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Creating Graphical Abstracts

Creating Graphical Abstracts

As more journals start to take advantage of the benefits of the online format, this has follow on effects for authors and their submissions. Online publication allows manuscripts to be more visual and interactive and editors are using those features to help attract more readers. One of the increasingly common features editors are adopting in this style is the graphical abstract.


Graphical abstracts may seem counter-intuitive and insufficient as an author. You will be used to explaining exactly what your manuscript is about in a nice concise summary, with each section of your paper represented. The idea behind a graphical abstract though, is to convey this same information in a single image, with limited text. In addition to helping readers understand the findings of the paper and whether it is relevant to them quickly, it also removes some of the language struggles non-native English speakers might face in writing or reading in English.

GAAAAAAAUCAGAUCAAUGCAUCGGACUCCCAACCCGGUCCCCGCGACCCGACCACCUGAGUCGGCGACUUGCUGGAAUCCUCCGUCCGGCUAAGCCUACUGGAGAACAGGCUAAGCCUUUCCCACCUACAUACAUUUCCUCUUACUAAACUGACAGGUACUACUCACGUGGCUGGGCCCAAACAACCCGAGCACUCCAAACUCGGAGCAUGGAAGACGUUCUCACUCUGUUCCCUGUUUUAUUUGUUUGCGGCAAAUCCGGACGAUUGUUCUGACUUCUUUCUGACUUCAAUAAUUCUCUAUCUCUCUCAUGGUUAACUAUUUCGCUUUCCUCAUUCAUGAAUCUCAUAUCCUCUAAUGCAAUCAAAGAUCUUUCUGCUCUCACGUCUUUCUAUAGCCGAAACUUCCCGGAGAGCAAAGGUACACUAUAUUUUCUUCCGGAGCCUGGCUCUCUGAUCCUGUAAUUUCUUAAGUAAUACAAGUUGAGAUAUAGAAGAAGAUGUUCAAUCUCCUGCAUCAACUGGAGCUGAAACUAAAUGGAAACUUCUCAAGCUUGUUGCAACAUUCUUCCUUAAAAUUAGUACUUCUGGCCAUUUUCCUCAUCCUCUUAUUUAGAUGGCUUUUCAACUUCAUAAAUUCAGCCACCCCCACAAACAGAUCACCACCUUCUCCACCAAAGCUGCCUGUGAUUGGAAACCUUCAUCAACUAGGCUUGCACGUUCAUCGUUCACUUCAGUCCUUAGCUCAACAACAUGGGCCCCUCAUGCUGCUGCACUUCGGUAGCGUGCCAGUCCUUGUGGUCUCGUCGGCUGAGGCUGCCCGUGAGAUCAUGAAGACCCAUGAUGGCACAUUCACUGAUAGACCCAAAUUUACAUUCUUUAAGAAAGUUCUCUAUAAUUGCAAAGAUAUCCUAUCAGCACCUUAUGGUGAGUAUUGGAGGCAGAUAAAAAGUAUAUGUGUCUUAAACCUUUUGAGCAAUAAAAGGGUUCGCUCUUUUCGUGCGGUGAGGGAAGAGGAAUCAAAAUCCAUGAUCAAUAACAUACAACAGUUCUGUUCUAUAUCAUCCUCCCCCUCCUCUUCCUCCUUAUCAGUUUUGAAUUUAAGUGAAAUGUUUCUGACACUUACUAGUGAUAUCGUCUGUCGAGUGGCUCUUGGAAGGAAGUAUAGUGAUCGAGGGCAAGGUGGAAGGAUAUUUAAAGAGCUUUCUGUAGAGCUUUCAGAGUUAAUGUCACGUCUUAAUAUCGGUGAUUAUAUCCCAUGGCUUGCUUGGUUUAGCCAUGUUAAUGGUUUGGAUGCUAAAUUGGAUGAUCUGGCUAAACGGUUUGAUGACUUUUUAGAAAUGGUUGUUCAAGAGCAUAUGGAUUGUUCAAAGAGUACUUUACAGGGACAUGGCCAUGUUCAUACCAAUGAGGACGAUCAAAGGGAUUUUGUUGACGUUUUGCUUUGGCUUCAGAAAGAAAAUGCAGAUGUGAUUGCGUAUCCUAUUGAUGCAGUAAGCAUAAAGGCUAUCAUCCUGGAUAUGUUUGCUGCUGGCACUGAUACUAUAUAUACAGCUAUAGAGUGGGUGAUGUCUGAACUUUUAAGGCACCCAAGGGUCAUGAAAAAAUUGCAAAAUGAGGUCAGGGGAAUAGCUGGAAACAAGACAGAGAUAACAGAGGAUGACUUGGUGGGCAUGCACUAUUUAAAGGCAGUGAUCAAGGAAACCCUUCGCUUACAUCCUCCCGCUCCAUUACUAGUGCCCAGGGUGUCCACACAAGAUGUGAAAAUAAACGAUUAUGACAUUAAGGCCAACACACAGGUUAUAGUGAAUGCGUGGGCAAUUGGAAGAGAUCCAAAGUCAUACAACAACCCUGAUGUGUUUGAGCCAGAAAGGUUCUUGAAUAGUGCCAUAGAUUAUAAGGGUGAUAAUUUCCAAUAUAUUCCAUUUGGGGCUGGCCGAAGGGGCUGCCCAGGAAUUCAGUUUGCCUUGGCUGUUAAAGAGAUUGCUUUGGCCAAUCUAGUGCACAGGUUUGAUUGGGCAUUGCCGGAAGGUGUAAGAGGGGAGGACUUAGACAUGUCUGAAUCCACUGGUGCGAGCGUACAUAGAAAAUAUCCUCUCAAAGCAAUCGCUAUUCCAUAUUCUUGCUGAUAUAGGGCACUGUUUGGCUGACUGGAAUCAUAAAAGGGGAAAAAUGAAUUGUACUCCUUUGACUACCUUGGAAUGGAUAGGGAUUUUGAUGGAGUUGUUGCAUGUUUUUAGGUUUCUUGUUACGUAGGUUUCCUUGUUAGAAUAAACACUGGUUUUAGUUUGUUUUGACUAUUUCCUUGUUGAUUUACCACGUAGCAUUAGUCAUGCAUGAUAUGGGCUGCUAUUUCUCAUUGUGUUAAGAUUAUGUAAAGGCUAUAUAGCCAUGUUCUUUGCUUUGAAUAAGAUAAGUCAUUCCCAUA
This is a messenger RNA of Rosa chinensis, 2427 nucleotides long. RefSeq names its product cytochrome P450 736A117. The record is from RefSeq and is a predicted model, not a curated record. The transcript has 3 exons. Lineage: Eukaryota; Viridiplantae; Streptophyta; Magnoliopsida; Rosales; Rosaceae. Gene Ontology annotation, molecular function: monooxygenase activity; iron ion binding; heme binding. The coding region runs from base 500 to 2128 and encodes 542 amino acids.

If your target journal requires you to submit a graphical abstract along with your manuscript, here are some tips to help you design one:

  • Think about what your paper is describing: a mechanism, a theory, a structure, or a cause and effect. What kind of visual would best showcase this concept?
  • Consider the essential elements involved in your study. Thinking about key words here can help you determine what to include to draw the interest of readers.
  • Keep your abstract to a single image or split panels.
  • Do not just re-use one of the figures from your manuscript. Consider the graphical abstract an additional image of its own that brings together the ideas shown within the manuscript.
  • Avoid including too many details or distracting elements. Label any items clearly and show processes with arrows.
  • Use only details from your own findings, not any referenced literature, unless absolutely necessary.


For examples of good graphical abstracts, Elsevier has several good examples for different types of manuscript, while Cell shows how initial abstract submissions were improved for better visual impact.


by Amanda Hindle, Senior Editor